Back in 1945 when Rolex was celebrating its 40th birthday (see Beckertime’s Rolex History here) at Rolex continued to innovate by releasing the Datejust Caliber 740, the world’s first automatic date mechanism in a wristwatch. The watch was called the DateJust because the date would progress “just in time” precisely at midnight without delay. Since that time, other watch manufacturers have included day and date displays in their watches, but how the date is initially set and how the date advances vary among the non-Rolex watches.
Even though the date wheel changes precisely at Midnight, getting the correct date to show on a Rolex watch has evolved over the years. Because the date advances once every 24 hours, it is important to have the date correct in relation to the hour hand progressing before Noon, or after Noon, depending upon the actual time of day when the watch is set. There is always the person who posts a question on the Internet asking why his/her watch changes the date at mid-day at Noon rather than at Midnight. Obviously someone who does not understand that a date wheel is precise, but is clueless as to whether 12:00 o’clock is Noon or Midnight.
Rolex used the following methods for setting the date and day wheels (day wheels on the President only):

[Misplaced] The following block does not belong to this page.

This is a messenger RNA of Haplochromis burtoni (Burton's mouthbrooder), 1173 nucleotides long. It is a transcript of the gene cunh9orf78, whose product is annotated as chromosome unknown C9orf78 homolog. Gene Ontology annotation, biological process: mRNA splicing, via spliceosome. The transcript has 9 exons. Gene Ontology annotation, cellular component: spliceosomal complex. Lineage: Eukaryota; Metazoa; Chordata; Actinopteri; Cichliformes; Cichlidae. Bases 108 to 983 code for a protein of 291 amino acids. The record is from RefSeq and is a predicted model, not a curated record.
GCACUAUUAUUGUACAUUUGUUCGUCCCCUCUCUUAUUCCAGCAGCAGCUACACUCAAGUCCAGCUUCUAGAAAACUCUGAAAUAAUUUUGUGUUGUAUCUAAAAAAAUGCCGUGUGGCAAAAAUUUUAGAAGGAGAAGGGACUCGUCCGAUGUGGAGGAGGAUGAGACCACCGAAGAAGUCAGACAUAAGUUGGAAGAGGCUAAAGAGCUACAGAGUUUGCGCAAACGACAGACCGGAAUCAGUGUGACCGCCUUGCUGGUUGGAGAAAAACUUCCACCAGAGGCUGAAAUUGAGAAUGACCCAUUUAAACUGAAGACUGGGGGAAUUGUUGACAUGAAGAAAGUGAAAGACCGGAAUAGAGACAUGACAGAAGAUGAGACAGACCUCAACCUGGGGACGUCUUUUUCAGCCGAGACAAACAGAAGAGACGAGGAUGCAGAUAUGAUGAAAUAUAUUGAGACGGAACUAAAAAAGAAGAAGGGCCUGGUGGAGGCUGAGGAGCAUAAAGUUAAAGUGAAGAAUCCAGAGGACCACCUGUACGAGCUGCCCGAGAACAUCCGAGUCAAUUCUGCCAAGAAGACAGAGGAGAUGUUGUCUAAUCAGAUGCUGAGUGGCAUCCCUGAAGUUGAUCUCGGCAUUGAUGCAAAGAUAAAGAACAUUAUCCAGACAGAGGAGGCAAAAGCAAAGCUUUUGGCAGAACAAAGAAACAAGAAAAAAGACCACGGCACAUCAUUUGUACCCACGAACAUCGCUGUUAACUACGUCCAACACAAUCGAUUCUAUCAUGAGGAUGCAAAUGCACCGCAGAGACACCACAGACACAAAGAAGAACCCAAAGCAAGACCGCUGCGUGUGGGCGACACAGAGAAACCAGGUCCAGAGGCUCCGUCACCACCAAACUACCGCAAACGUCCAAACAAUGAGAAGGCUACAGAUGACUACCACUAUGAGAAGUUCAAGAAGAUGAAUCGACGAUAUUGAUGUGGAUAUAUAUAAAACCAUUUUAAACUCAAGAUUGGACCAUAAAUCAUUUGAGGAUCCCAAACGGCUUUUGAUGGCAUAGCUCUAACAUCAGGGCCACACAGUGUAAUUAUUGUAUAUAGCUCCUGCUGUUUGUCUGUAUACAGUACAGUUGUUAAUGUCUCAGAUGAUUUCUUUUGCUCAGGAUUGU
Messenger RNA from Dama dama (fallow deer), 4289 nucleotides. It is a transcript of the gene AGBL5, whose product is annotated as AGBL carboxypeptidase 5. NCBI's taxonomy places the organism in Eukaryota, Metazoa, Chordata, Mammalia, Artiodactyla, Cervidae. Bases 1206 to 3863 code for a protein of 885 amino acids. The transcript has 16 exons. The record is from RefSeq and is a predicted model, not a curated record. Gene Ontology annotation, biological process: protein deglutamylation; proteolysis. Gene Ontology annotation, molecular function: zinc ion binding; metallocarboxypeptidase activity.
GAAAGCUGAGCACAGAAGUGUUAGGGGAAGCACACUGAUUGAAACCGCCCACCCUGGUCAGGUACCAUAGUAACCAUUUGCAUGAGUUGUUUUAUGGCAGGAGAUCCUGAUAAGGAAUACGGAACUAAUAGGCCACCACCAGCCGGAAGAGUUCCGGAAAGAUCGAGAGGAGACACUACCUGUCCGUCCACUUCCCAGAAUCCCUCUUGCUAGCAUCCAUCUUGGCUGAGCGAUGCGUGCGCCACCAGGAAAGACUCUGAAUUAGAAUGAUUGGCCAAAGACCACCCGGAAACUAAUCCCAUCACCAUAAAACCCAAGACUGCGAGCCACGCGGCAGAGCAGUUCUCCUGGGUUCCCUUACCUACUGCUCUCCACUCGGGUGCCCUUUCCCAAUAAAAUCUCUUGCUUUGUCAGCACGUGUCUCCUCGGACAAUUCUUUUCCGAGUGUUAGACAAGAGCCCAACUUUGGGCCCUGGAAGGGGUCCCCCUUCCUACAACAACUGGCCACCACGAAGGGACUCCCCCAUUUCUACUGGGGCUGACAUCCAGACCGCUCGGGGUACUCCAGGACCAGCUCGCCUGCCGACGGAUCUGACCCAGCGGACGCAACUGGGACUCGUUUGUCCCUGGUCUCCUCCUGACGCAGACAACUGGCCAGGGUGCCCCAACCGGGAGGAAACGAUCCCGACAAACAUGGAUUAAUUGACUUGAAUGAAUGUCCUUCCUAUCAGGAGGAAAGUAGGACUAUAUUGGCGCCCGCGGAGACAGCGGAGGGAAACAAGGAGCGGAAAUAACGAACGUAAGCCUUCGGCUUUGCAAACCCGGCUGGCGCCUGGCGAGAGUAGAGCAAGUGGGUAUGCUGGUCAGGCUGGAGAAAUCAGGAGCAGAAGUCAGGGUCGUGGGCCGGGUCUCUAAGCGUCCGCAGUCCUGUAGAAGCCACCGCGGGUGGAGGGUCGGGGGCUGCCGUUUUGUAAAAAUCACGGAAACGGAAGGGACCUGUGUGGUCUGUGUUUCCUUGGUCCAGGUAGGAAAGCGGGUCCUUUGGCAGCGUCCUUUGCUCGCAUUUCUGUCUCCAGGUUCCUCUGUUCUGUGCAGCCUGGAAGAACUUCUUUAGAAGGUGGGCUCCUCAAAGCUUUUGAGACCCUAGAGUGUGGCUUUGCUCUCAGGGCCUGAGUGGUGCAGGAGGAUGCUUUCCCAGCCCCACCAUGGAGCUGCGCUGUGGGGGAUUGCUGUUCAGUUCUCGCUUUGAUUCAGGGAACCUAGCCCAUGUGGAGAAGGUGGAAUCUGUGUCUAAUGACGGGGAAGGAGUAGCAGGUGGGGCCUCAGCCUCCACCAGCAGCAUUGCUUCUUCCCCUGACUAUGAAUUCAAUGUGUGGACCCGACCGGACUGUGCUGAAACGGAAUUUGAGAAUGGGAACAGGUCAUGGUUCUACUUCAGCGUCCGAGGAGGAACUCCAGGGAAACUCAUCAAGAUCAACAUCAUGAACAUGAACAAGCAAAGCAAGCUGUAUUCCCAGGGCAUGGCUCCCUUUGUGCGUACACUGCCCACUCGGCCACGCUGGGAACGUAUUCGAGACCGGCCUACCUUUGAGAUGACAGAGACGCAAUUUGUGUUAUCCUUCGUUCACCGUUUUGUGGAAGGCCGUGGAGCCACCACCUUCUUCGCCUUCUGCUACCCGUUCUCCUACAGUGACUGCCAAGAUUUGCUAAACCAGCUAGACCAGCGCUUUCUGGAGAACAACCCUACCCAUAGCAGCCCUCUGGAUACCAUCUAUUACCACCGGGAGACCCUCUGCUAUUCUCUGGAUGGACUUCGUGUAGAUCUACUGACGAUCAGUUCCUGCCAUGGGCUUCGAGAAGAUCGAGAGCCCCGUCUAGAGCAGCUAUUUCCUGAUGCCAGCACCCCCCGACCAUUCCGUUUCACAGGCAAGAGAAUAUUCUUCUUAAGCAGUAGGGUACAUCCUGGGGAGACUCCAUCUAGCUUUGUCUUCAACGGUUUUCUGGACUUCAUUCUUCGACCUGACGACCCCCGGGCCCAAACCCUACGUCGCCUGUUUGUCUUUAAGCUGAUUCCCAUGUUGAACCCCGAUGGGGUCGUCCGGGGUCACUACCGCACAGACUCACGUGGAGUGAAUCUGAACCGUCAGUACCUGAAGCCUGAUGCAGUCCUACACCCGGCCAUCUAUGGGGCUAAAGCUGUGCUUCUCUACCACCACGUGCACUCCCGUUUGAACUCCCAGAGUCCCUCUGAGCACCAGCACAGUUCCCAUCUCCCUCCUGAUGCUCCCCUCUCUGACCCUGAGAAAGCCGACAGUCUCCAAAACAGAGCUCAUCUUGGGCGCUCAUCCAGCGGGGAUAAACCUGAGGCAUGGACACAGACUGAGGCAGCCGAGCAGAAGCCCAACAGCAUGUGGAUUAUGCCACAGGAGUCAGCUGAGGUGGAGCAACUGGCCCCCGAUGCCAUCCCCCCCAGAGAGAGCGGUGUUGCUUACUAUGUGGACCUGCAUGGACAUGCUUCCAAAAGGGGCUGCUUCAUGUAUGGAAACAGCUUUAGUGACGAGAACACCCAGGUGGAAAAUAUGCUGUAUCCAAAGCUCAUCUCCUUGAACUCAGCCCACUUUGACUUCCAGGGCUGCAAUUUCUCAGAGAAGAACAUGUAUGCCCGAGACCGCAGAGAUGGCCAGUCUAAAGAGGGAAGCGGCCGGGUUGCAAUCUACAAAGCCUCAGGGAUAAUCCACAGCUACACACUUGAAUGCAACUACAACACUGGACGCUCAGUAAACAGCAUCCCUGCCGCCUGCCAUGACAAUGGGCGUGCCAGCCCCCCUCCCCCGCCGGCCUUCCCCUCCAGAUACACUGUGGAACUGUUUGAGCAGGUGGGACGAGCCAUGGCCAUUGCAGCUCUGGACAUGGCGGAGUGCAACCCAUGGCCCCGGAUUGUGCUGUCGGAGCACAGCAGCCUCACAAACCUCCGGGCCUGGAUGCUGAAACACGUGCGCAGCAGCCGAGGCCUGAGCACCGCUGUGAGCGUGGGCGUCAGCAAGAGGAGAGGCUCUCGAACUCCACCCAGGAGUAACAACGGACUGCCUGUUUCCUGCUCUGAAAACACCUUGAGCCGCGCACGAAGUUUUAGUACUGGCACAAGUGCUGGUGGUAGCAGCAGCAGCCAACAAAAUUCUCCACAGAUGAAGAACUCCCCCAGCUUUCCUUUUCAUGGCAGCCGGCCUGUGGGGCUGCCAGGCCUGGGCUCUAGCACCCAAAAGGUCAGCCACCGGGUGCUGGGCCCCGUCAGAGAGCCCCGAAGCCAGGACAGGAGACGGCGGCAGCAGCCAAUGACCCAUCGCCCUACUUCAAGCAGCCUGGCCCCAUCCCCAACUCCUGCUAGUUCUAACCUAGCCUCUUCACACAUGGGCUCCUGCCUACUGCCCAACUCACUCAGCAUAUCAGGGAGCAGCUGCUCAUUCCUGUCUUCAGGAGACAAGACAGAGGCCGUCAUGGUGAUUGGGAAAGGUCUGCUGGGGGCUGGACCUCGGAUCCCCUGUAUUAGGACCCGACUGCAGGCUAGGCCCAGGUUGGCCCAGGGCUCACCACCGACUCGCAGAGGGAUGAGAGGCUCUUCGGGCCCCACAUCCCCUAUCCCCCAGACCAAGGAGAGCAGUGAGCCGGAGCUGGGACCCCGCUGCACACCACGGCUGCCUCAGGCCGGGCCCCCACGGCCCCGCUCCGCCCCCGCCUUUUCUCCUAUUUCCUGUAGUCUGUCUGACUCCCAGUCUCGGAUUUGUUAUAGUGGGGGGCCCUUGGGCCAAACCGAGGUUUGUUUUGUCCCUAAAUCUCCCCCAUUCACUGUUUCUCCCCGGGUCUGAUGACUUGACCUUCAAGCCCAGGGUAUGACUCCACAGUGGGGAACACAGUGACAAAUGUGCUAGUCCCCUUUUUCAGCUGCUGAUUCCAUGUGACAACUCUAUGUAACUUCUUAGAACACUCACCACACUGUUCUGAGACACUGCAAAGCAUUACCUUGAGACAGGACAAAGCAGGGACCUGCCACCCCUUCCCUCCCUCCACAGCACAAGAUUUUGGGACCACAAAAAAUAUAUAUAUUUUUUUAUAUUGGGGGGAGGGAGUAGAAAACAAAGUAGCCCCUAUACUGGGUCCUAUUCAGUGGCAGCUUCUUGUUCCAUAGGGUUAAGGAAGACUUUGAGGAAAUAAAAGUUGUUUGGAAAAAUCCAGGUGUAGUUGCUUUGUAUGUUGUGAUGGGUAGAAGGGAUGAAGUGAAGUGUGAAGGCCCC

Non-Quickset: This means that you have to use the winding crown to rotate the hands in order for the correct date to show. Be sure only to rotate the hands clockwise, and progress towards the correct date. Never rotate the hands counter-clockwise (backwards). Rolex evolved away from Non-Quickset method in the early 1970’s.
Quickset: Quickset is when you have to get the hour hand in the correct position with the crown in the third position, then depressing the crown to the second position and rotate the date wheel to the correct date. Most modern mechanical watches operate this way.
Single Quickset: Single Quickset only applies to the Rolex President wristwatch that has both a day and date wheel. With a Single Quickset, the day has to be selected by rotating the hour hand in 12 hour rotations until the correct day appears, but not the date. The date utilizes a different crown position and changes in Quickset fashion.
Double Quickset: Like Single Quickset, this applies only for the Rolex President whereby both the day and date progress simultaneously by turning the crown only and not the hour hands.
Directions on how to set your Rolex can be found here at Beckertime.com.
Because other movements, notably ETA and Seiko, whereby the date starts its progression at 10:00PM and fully changes at 2:00AM, there is the myth that Rolex date setting should not be done between these times. Although correct for ETA and Seiko movements, it is NOT true for Rolex. The Rolex day and date can be set at any time with no damage to the movement.